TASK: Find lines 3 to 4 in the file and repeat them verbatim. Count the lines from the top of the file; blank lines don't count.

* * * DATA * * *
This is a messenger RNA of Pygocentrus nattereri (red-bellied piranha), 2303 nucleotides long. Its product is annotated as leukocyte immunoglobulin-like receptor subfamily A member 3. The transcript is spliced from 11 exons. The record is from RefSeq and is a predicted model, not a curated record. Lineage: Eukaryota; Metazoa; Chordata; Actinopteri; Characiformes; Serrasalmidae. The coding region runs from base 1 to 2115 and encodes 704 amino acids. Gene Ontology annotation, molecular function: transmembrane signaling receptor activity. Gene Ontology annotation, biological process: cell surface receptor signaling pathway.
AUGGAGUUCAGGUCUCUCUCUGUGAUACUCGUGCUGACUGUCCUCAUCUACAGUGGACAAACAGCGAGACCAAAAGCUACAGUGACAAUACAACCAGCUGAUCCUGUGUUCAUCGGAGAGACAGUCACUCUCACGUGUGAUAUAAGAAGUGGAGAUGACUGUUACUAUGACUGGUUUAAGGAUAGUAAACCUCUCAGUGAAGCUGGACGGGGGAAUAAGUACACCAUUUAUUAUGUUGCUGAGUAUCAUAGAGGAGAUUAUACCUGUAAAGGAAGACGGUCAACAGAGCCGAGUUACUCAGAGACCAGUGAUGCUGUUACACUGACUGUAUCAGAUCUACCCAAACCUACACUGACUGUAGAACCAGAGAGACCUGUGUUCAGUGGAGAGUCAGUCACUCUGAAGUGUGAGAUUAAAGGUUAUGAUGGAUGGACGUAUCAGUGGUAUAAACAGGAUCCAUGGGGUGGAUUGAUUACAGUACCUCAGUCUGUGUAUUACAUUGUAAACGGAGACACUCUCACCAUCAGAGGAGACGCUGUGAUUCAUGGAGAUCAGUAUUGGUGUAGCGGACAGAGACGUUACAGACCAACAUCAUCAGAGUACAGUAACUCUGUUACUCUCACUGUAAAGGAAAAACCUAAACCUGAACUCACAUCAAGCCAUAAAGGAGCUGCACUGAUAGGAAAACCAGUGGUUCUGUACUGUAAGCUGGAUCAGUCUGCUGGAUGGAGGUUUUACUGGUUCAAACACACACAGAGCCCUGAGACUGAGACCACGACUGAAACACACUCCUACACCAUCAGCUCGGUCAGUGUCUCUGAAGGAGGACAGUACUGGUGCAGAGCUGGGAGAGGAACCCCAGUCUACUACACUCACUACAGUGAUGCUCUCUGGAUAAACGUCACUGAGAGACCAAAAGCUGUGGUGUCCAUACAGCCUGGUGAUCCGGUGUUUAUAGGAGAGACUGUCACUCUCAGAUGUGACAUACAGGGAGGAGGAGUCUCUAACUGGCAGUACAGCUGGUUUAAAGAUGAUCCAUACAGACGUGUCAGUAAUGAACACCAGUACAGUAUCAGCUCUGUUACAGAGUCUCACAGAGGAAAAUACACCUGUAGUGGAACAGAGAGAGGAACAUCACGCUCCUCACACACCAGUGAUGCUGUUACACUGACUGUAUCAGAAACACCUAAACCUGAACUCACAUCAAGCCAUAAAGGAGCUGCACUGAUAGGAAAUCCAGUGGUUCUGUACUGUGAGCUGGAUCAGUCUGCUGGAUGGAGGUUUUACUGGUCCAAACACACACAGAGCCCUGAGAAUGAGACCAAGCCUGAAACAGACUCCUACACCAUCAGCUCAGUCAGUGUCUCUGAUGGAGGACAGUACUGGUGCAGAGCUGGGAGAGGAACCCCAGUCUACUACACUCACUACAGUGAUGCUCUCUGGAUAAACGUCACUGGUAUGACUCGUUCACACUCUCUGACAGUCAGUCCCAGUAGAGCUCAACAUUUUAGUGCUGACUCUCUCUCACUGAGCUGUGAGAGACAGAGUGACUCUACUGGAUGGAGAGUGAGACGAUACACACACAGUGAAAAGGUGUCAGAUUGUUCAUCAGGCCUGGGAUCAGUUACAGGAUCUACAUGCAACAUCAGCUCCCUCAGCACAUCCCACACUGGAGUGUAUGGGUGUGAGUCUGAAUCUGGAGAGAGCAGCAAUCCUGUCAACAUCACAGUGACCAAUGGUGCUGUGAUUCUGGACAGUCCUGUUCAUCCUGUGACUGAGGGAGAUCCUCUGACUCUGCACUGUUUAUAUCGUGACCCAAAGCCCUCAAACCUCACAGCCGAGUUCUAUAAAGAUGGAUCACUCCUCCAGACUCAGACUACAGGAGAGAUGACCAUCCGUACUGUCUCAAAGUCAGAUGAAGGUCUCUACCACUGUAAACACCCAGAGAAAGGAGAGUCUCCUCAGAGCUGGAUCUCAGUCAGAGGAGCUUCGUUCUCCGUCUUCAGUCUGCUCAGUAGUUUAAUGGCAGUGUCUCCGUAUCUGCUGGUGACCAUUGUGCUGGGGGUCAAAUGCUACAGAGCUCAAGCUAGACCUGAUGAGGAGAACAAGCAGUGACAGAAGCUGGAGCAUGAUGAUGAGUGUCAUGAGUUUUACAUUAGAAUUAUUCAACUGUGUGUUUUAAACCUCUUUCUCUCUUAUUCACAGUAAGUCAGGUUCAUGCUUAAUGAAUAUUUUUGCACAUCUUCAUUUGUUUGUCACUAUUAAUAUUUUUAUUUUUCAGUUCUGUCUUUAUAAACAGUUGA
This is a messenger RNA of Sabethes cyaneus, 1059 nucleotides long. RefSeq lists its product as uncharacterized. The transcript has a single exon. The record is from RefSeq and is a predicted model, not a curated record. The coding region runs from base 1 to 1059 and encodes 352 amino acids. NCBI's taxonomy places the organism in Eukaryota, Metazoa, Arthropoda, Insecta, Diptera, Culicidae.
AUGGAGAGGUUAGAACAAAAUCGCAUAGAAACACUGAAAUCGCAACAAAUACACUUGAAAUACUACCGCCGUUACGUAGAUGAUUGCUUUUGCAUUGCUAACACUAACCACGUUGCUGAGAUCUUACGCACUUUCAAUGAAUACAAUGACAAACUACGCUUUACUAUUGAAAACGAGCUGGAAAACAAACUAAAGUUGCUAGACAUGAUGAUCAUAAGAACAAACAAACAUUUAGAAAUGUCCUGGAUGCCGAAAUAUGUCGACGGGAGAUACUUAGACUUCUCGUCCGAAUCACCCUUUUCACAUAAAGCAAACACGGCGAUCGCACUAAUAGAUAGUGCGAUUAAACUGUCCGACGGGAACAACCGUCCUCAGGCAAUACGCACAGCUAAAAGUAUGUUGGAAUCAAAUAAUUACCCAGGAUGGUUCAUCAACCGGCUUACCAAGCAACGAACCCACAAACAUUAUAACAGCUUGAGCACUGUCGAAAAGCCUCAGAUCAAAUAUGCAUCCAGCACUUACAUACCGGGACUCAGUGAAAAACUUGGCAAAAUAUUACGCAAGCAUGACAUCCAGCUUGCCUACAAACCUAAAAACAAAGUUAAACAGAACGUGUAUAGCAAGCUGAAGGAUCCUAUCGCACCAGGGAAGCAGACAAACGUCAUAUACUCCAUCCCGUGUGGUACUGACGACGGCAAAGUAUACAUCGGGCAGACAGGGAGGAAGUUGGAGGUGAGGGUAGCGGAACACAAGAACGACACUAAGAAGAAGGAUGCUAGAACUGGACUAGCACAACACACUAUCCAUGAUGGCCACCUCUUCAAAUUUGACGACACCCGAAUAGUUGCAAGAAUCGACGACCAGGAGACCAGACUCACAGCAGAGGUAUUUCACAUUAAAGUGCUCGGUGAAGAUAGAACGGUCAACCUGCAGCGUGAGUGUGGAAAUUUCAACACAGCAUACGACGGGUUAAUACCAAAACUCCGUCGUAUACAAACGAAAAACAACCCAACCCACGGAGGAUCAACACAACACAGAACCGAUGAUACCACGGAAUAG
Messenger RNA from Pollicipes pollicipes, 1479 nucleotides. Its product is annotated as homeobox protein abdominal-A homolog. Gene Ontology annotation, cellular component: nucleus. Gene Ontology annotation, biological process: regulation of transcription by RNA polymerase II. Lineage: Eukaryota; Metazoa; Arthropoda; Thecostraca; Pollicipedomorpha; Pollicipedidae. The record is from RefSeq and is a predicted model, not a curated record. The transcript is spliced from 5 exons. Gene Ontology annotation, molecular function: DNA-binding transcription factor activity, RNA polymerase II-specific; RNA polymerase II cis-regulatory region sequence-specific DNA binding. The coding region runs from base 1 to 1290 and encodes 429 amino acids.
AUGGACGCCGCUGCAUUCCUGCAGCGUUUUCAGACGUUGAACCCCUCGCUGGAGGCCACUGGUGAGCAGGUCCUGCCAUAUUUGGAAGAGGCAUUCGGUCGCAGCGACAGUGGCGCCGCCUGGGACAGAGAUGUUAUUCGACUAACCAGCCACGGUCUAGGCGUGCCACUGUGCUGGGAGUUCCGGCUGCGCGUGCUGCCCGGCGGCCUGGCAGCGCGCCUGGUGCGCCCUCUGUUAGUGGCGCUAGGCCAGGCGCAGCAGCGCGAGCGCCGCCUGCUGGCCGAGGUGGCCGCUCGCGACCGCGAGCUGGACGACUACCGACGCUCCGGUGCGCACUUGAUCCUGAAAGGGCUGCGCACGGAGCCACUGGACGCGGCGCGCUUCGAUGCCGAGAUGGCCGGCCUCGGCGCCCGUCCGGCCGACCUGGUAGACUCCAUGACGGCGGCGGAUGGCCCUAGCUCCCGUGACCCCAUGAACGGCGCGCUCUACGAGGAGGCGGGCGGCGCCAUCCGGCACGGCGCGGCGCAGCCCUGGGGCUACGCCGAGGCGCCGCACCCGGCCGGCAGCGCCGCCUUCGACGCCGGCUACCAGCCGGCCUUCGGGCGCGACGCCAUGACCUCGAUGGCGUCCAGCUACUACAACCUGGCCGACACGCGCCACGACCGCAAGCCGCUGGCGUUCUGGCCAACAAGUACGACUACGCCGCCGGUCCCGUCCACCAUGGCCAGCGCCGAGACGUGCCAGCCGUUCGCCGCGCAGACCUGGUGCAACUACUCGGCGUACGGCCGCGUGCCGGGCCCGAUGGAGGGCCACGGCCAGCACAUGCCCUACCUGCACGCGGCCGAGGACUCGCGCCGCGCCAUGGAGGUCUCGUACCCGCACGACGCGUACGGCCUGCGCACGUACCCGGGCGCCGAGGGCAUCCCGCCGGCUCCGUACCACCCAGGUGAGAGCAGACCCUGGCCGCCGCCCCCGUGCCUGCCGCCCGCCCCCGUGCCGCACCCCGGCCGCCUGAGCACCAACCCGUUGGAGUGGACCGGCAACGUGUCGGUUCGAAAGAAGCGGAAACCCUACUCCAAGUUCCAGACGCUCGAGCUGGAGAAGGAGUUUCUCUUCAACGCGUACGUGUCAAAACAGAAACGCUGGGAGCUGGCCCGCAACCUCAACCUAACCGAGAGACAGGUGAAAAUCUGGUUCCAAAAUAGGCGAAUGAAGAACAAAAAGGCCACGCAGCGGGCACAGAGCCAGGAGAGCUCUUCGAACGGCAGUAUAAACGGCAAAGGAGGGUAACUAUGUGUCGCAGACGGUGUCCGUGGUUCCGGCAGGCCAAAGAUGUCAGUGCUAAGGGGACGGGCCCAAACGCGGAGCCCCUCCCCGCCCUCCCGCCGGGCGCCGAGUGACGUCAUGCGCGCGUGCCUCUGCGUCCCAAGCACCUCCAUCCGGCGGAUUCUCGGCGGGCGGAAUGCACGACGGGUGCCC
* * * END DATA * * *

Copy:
This is a messenger RNA of Sabethes cyaneus, 1059 nucleotides long. RefSeq lists its product as uncharacterized. The transcript has a single exon. The record is from RefSeq and is a predicted model, not a curated record. The coding region runs from base 1 to 1059 and encodes 352 amino acids. NCBI's taxonomy places the organism in Eukaryota, Metazoa, Arthropoda, Insecta, Diptera, Culicidae.
AUGGAGAGGUUAGAACAAAAUCGCAUAGAAACACUGAAAUCGCAACAAAUACACUUGAAAUACUACCGCCGUUACGUAGAUGAUUGCUUUUGCAUUGCUAACACUAACCACGUUGCUGAGAUCUUACGCACUUUCAAUGAAUACAAUGACAAACUACGCUUUACUAUUGAAAACGAGCUGGAAAACAAACUAAAGUUGCUAGACAUGAUGAUCAUAAGAACAAACAAACAUUUAGAAAUGUCCUGGAUGCCGAAAUAUGUCGACGGGAGAUACUUAGACUUCUCGUCCGAAUCACCCUUUUCACAUAAAGCAAACACGGCGAUCGCACUAAUAGAUAGUGCGAUUAAACUGUCCGACGGGAACAACCGUCCUCAGGCAAUACGCACAGCUAAAAGUAUGUUGGAAUCAAAUAAUUACCCAGGAUGGUUCAUCAACCGGCUUACCAAGCAACGAACCCACAAACAUUAUAACAGCUUGAGCACUGUCGAAAAGCCUCAGAUCAAAUAUGCAUCCAGCACUUACAUACCGGGACUCAGUGAAAAACUUGGCAAAAUAUUACGCAAGCAUGACAUCCAGCUUGCCUACAAACCUAAAAACAAAGUUAAACAGAACGUGUAUAGCAAGCUGAAGGAUCCUAUCGCACCAGGGAAGCAGACAAACGUCAUAUACUCCAUCCCGUGUGGUACUGACGACGGCAAAGUAUACAUCGGGCAGACAGGGAGGAAGUUGGAGGUGAGGGUAGCGGAACACAAGAACGACACUAAGAAGAAGGAUGCUAGAACUGGACUAGCACAACACACUAUCCAUGAUGGCCACCUCUUCAAAUUUGACGACACCCGAAUAGUUGCAAGAAUCGACGACCAGGAGACCAGACUCACAGCAGAGGUAUUUCACAUUAAAGUGCUCGGUGAAGAUAGAACGGUCAACCUGCAGCGUGAGUGUGGAAAUUUCAACACAGCAUACGACGGGUUAAUACCAAAACUCCGUCGUAUACAAACGAAAAACAACCCAACCCACGGAGGAUCAACACAACACAGAACCGAUGAUACCACGGAAUAG